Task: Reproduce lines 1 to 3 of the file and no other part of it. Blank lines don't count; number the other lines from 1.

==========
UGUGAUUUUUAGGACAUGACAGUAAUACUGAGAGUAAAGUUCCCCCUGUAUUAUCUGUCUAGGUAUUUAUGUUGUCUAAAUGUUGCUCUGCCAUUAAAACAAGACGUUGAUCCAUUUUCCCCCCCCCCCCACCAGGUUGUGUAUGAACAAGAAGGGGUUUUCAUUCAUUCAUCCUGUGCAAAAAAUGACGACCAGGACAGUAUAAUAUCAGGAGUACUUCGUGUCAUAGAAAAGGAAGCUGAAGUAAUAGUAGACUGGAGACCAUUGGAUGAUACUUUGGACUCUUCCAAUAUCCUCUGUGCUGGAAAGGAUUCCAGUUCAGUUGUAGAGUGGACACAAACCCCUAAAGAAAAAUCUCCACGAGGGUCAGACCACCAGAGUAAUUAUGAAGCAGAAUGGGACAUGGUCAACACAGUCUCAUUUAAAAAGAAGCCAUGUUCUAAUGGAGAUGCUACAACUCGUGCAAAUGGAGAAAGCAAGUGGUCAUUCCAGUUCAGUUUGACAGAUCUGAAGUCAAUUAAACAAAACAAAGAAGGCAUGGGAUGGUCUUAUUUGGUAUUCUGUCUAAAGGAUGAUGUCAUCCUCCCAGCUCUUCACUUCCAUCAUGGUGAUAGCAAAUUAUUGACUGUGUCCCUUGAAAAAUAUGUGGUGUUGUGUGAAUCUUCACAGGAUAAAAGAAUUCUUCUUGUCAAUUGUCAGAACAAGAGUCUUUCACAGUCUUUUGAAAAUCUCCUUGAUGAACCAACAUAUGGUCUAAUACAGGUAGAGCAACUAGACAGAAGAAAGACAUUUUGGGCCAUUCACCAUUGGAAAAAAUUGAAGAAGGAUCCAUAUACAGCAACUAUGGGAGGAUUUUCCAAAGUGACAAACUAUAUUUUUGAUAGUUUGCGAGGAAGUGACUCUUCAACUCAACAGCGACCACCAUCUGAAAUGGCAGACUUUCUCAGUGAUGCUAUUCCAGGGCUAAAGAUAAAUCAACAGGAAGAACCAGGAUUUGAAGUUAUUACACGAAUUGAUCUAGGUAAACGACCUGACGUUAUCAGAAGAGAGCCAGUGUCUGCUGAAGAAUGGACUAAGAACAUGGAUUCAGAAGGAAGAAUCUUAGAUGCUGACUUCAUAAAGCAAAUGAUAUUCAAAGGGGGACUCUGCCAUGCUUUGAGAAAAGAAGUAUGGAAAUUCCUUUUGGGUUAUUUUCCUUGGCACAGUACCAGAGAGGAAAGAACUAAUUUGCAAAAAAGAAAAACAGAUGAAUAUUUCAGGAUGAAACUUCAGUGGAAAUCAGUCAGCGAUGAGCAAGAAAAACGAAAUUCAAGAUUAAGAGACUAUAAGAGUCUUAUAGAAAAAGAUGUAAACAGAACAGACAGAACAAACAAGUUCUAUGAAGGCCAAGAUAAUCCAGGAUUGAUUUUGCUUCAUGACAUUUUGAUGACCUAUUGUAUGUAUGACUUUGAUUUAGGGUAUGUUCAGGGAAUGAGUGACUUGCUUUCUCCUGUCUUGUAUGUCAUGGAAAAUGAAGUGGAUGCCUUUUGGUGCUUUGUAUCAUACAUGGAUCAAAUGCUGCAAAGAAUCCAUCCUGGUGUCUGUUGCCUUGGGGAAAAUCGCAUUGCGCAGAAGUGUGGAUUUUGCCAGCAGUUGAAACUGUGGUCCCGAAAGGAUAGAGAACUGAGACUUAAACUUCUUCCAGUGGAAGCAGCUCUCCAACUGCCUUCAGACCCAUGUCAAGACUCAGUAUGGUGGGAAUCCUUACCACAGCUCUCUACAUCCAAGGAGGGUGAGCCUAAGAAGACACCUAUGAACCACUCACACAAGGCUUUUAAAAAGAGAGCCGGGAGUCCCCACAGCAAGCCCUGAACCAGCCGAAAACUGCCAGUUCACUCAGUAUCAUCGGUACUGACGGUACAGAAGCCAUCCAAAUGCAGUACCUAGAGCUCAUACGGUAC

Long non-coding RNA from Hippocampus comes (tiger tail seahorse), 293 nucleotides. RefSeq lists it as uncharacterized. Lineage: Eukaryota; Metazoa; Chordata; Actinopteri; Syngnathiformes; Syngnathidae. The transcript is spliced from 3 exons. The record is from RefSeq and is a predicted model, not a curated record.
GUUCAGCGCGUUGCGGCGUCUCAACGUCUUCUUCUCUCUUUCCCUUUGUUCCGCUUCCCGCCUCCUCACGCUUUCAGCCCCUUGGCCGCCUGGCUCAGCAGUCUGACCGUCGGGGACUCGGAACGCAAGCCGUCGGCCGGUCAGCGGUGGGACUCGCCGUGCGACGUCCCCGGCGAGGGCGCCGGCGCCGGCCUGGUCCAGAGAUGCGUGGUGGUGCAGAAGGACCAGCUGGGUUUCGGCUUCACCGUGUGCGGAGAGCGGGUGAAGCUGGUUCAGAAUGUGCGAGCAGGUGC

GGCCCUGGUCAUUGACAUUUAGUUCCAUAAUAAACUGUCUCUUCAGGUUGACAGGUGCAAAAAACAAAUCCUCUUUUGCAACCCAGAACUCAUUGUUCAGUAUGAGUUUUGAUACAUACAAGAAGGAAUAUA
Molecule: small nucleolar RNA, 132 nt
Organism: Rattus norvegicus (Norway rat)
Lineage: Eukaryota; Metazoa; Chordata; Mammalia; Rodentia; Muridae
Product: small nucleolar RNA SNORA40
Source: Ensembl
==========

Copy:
UGUGAUUUUUAGGACAUGACAGUAAUACUGAGAGUAAAGUUCCCCCUGUAUUAUCUGUCUAGGUAUUUAUGUUGUCUAAAUGUUGCUCUGCCAUUAAAACAAGACGUUGAUCCAUUUUCCCCCCCCCCCCACCAGGUUGUGUAUGAACAAGAAGGGGUUUUCAUUCAUUCAUCCUGUGCAAAAAAUGACGACCAGGACAGUAUAAUAUCAGGAGUACUUCGUGUCAUAGAAAAGGAAGCUGAAGUAAUAGUAGACUGGAGACCAUUGGAUGAUACUUUGGACUCUUCCAAUAUCCUCUGUGCUGGAAAGGAUUCCAGUUCAGUUGUAGAGUGGACACAAACCCCUAAAGAAAAAUCUCCACGAGGGUCAGACCACCAGAGUAAUUAUGAAGCAGAAUGGGACAUGGUCAACACAGUCUCAUUUAAAAAGAAGCCAUGUUCUAAUGGAGAUGCUACAACUCGUGCAAAUGGAGAAAGCAAGUGGUCAUUCCAGUUCAGUUUGACAGAUCUGAAGUCAAUUAAACAAAACAAAGAAGGCAUGGGAUGGUCUUAUUUGGUAUUCUGUCUAAAGGAUGAUGUCAUCCUCCCAGCUCUUCACUUCCAUCAUGGUGAUAGCAAAUUAUUGACUGUGUCCCUUGAAAAAUAUGUGGUGUUGUGUGAAUCUUCACAGGAUAAAAGAAUUCUUCUUGUCAAUUGUCAGAACAAGAGUCUUUCACAGUCUUUUGAAAAUCUCCUUGAUGAACCAACAUAUGGUCUAAUACAGGUAGAGCAACUAGACAGAAGAAAGACAUUUUGGGCCAUUCACCAUUGGAAAAAAUUGAAGAAGGAUCCAUAUACAGCAACUAUGGGAGGAUUUUCCAAAGUGACAAACUAUAUUUUUGAUAGUUUGCGAGGAAGUGACUCUUCAACUCAACAGCGACCACCAUCUGAAAUGGCAGACUUUCUCAGUGAUGCUAUUCCAGGGCUAAAGAUAAAUCAACAGGAAGAACCAGGAUUUGAAGUUAUUACACGAAUUGAUCUAGGUAAACGACCUGACGUUAUCAGAAGAGAGCCAGUGUCUGCUGAAGAAUGGACUAAGAACAUGGAUUCAGAAGGAAGAAUCUUAGAUGCUGACUUCAUAAAGCAAAUGAUAUUCAAAGGGGGACUCUGCCAUGCUUUGAGAAAAGAAGUAUGGAAAUUCCUUUUGGGUUAUUUUCCUUGGCACAGUACCAGAGAGGAAAGAACUAAUUUGCAAAAAAGAAAAACAGAUGAAUAUUUCAGGAUGAAACUUCAGUGGAAAUCAGUCAGCGAUGAGCAAGAAAAACGAAAUUCAAGAUUAAGAGACUAUAAGAGUCUUAUAGAAAAAGAUGUAAACAGAACAGACAGAACAAACAAGUUCUAUGAAGGCCAAGAUAAUCCAGGAUUGAUUUUGCUUCAUGACAUUUUGAUGACCUAUUGUAUGUAUGACUUUGAUUUAGGGUAUGUUCAGGGAAUGAGUGACUUGCUUUCUCCUGUCUUGUAUGUCAUGGAAAAUGAAGUGGAUGCCUUUUGGUGCUUUGUAUCAUACAUGGAUCAAAUGCUGCAAAGAAUCCAUCCUGGUGUCUGUUGCCUUGGGGAAAAUCGCAUUGCGCAGAAGUGUGGAUUUUGCCAGCAGUUGAAACUGUGGUCCCGAAAGGAUAGAGAACUGAGACUUAAACUUCUUCCAGUGGAAGCAGCUCUCCAACUGCCUUCAGACCCAUGUCAAGACUCAGUAUGGUGGGAAUCCUUACCACAGCUCUCUACAUCCAAGGAGGGUGAGCCUAAGAAGACACCUAUGAACCACUCACACAAGGCUUUUAAAAAGAGAGCCGGGAGUCCCCACAGCAAGCCCUGAACCAGCCGAAAACUGCCAGUUCACUCAGUAUCAUCGGUACUGACGGUACAGAAGCCAUCCAAAUGCAGUACCUAGAGCUCAUACGGUAC

Long non-coding RNA from Hippocampus comes (tiger tail seahorse), 293 nucleotides. RefSeq lists it as uncharacterized. Lineage: Eukaryota; Metazoa; Chordata; Actinopteri; Syngnathiformes; Syngnathidae. The transcript is spliced from 3 exons. The record is from RefSeq and is a predicted model, not a curated record.
GUUCAGCGCGUUGCGGCGUCUCAACGUCUUCUUCUCUCUUUCCCUUUGUUCCGCUUCCCGCCUCCUCACGCUUUCAGCCCCUUGGCCGCCUGGCUCAGCAGUCUGACCGUCGGGGACUCGGAACGCAAGCCGUCGGCCGGUCAGCGGUGGGACUCGCCGUGCGACGUCCCCGGCGAGGGCGCCGGCGCCGGCCUGGUCCAGAGAUGCGUGGUGGUGCAGAAGGACCAGCUGGGUUUCGGCUUCACCGUGUGCGGAGAGCGGGUGAAGCUGGUUCAGAAUGUGCGAGCAGGUGC